picture is incredible, and one of the best screen performances of the decade.
He brings amazing life and depth to his character, and does so in
beautifully subtle ways. Most actors playing a role as unassuming as this one would
try too hard to constantly convey that something is brimming under the surface.
Fonda expresses it beautifully without indulging in that kind of excess.
Many times, he reminded me of his father, and that made me smile.
But kudos goes also to Patricia Richardson, who achieves a
remarkable breakout from her well-known television work to prove that she is an
actress of some caliber. Her scenes
with Fonda are perfectly played and honest.
Nothing conventional creeps in to their performances to ruin the spell.
I also enjoy when a film takes me into a world Iíve never
been, and in this case, it was the world of the beekeeper.
It was fascinating how the keeper and the bees have such a symbiotic
relationship. The keeper cares for
and protects the bees, the bees provide the goods for him to sell.
The events of the story take place at the most crucial time of year for
Uleeís profession, when he has to move his bees to a specific floral area to
create a special and rare kind of honey, so he ends up having to deal with his
familyís situation while this window of opportunity is gradually closing.
I couldnít help but notice at the beginning of the movie
how disjointed the credits seemed. Some
names appeared left, some right, some high, some low, and even when there were
lists of names, they were never in line or in unison. I wondered at the time if that meant something.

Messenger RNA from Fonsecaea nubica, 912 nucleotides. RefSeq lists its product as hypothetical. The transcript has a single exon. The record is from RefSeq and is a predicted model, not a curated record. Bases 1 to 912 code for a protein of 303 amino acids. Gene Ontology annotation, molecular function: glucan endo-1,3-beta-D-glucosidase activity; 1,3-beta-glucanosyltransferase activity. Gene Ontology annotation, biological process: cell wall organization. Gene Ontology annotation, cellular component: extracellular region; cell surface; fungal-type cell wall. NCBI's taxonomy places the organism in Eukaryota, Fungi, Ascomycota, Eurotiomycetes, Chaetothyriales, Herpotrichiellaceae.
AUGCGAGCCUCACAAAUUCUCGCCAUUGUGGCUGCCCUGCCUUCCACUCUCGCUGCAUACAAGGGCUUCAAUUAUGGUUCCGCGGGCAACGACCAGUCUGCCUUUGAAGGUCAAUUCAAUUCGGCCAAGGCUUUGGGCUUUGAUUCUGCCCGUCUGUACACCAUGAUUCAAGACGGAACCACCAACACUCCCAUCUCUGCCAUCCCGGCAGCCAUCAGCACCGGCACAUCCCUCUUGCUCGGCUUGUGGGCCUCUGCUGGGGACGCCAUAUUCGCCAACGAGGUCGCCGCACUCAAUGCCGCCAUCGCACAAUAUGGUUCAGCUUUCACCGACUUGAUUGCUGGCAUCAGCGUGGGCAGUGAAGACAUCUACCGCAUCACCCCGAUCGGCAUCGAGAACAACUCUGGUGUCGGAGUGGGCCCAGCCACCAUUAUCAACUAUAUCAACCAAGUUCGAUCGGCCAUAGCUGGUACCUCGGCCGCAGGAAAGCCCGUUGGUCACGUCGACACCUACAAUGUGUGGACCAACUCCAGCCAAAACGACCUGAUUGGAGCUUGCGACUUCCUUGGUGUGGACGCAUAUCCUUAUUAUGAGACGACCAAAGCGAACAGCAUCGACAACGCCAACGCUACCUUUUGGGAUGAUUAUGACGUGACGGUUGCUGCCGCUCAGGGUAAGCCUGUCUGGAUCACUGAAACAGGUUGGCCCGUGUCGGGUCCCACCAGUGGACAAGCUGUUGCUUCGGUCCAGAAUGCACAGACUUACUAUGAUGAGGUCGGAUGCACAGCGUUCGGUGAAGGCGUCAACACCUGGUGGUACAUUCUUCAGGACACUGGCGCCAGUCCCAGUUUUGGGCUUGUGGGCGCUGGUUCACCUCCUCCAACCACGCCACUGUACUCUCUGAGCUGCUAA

I also wondered about the symbolism involved in the beesÖfor example,
how they sense fear, and how it makes them panic and attack when they ordinarily
wouldnít. I even wondered about
the fact that the nurse had the last name of Hope.
But looking back afterwards, I realized that this movie is a lot like
life in terms of interpretation of symbols.
Maybe those kinds of things mean something.
Maybe not. But how we choose
to interpret, or not to interpret, canít help but influence our points of
Not counting much older films that have an excuse, this is the poorest transfer Iíve yet seen on DVD. Itís extremely soft, with a consistent lack of detail. I actually checked my TV settings while watching it to make sure the sharpness hadnít been adjusted. The picture is somewhat grainy, with washed out looking color. Some instances are worse than others, but in certain outdoor scenes, trees donít even seem to have real leaves, but rather globs of dull green smeared across the branches. Itís a shame, because Florida is a beautiful locale for outdoor filming. The 1.66:1 aspect ratio also means no anamorphic enhancement. Maybe the ratio was correct, but I would have preferred to have the image matted down a little further in hopes that a 16x9 treatment would have sharpened up the picture a little bit.
The soundtrack is Dolby Surround, but given the nature of
the film, is not very dynamic or remarkable, simply serviceable: clear
dialogue, little to no use of independent signals to the surrounds or .1
channel, and only fair dynamics.
Only a trailer.